The role of data science in enterprise business
In enterprise business, data science provides important insight into the variables that are at the core of a company’s business model. Things like customer traits and activities, sales growth, resource consumption, and employee retention can all be modeled using data science.
Data models are at the heart of data science. These visual components offer easily digestible information about how points of data relate to one another, and the goals of the company. These models determine how data is structured and compiled in databases and other warehousing and analytics tools that offer deep insights and make them usable. They give context to important data.
Creating a data model requires an understanding of programming and data relationships. In recent history, it’s a role that’s been assumed predominantly by data scientists. But as the need for consistent, quality data, analytics, and insights continues to dominate digital businesses, some people in adjacent roles have been able to propel themselves into a new career–citizen data scientist.
While a scarcity of data scientists has encouraged business leaders to consider their options, technology is driving the democratization of data, modeling, and analytics. This is an exciting time for businesses who need to understand the important insights Big Data has to offer. With platform technology that makes modeling easier, the right candidate for the role can expand their impact on the organization while leaving room for a data scientist to create advanced models that might be necessary for growth.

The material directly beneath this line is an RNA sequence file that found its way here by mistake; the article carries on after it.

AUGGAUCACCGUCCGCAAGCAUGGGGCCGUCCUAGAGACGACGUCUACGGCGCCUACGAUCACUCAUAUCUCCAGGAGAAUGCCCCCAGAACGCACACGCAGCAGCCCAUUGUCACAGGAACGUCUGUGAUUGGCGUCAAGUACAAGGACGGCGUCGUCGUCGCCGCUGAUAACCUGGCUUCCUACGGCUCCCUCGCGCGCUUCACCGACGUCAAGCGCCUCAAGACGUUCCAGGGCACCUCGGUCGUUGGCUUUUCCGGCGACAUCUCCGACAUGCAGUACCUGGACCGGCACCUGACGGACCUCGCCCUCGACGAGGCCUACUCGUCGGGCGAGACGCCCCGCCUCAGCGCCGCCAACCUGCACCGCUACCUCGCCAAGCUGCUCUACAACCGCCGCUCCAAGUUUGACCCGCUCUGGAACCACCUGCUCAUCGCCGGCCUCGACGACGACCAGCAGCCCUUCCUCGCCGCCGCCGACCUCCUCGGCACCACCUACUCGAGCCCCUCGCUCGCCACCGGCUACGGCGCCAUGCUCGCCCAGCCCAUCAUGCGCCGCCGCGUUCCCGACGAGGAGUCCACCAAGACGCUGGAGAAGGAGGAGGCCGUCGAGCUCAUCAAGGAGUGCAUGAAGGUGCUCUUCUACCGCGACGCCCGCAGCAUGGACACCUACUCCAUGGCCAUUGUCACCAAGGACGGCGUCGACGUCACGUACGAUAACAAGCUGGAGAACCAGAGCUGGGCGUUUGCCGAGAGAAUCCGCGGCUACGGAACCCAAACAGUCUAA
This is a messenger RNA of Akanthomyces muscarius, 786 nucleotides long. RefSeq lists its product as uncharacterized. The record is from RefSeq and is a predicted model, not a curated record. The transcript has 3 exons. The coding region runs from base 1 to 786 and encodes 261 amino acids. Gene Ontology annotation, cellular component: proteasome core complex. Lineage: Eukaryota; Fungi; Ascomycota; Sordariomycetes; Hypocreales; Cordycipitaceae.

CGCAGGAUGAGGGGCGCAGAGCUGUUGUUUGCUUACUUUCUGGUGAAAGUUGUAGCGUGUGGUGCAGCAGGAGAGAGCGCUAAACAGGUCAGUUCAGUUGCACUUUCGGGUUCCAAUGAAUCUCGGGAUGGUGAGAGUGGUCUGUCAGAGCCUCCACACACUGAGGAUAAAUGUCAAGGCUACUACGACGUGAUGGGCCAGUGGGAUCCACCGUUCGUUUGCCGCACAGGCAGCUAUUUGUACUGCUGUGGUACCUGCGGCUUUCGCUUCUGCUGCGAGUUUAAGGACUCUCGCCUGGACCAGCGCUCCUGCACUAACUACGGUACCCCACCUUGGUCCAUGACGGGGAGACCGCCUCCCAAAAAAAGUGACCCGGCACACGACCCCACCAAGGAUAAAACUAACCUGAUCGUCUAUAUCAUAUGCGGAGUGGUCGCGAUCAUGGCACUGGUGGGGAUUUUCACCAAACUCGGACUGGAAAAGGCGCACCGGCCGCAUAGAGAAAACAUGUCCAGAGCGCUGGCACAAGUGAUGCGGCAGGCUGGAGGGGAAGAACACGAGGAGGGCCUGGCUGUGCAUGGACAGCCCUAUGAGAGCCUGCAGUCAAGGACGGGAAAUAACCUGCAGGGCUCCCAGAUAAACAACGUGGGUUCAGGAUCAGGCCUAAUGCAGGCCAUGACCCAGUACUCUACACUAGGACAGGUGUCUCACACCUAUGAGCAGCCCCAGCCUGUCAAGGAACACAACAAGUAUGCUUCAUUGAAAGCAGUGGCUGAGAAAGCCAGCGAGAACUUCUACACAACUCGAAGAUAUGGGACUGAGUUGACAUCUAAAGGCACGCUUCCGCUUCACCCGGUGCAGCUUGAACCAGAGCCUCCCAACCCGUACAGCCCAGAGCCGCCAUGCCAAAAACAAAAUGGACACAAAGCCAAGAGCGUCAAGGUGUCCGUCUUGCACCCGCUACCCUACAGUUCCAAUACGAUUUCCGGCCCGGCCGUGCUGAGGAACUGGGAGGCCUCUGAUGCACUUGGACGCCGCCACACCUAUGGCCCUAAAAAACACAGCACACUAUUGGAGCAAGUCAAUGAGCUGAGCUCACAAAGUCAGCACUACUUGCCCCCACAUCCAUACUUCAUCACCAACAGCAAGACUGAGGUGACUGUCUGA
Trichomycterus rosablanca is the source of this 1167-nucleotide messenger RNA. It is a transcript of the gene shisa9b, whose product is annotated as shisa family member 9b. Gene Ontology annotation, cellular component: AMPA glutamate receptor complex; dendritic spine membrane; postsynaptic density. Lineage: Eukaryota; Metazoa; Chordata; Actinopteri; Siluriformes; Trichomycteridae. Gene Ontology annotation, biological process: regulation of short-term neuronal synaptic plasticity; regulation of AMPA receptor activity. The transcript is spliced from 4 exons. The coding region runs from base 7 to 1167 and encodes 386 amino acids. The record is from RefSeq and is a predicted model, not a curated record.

How to become a citizen data scientist
The fastest path to becoming a citizen data scientist is to reskill or upskill with your employer.
For the sake of effectiveness, it’s a good practice to work in an adjacent field. A career like backend software development or engineering can be a good fit because the roles require a comprehensive understanding of math, computer science, relationships, and coding. Moving into a citizen data scientist role from one of the above-mentioned ones only requires you to upskill, rather than gaining a whole new skillset. Some people who work in these fields are para-professional data modelers already and only need to be able to show and prove their existing skills to move into the role.
If you’re not in an adjacent role, you can opt to take certification courses that offer the skills you need to be an effective citizen data scientist. This might include certifying in Tableau or Python or taking courses that are specific to data science to get a basic foundation. If you have a strong understanding of the company vision and need for data, you may be able to work with your company to reskill and obtain the right certification.
Either path requires extensive knowledge of data software, and the ability to use it effectively. In a digital business economy, more professionals understand the need to diversify their software skills in order to create new and exciting roles that benefit both themselves and their companies.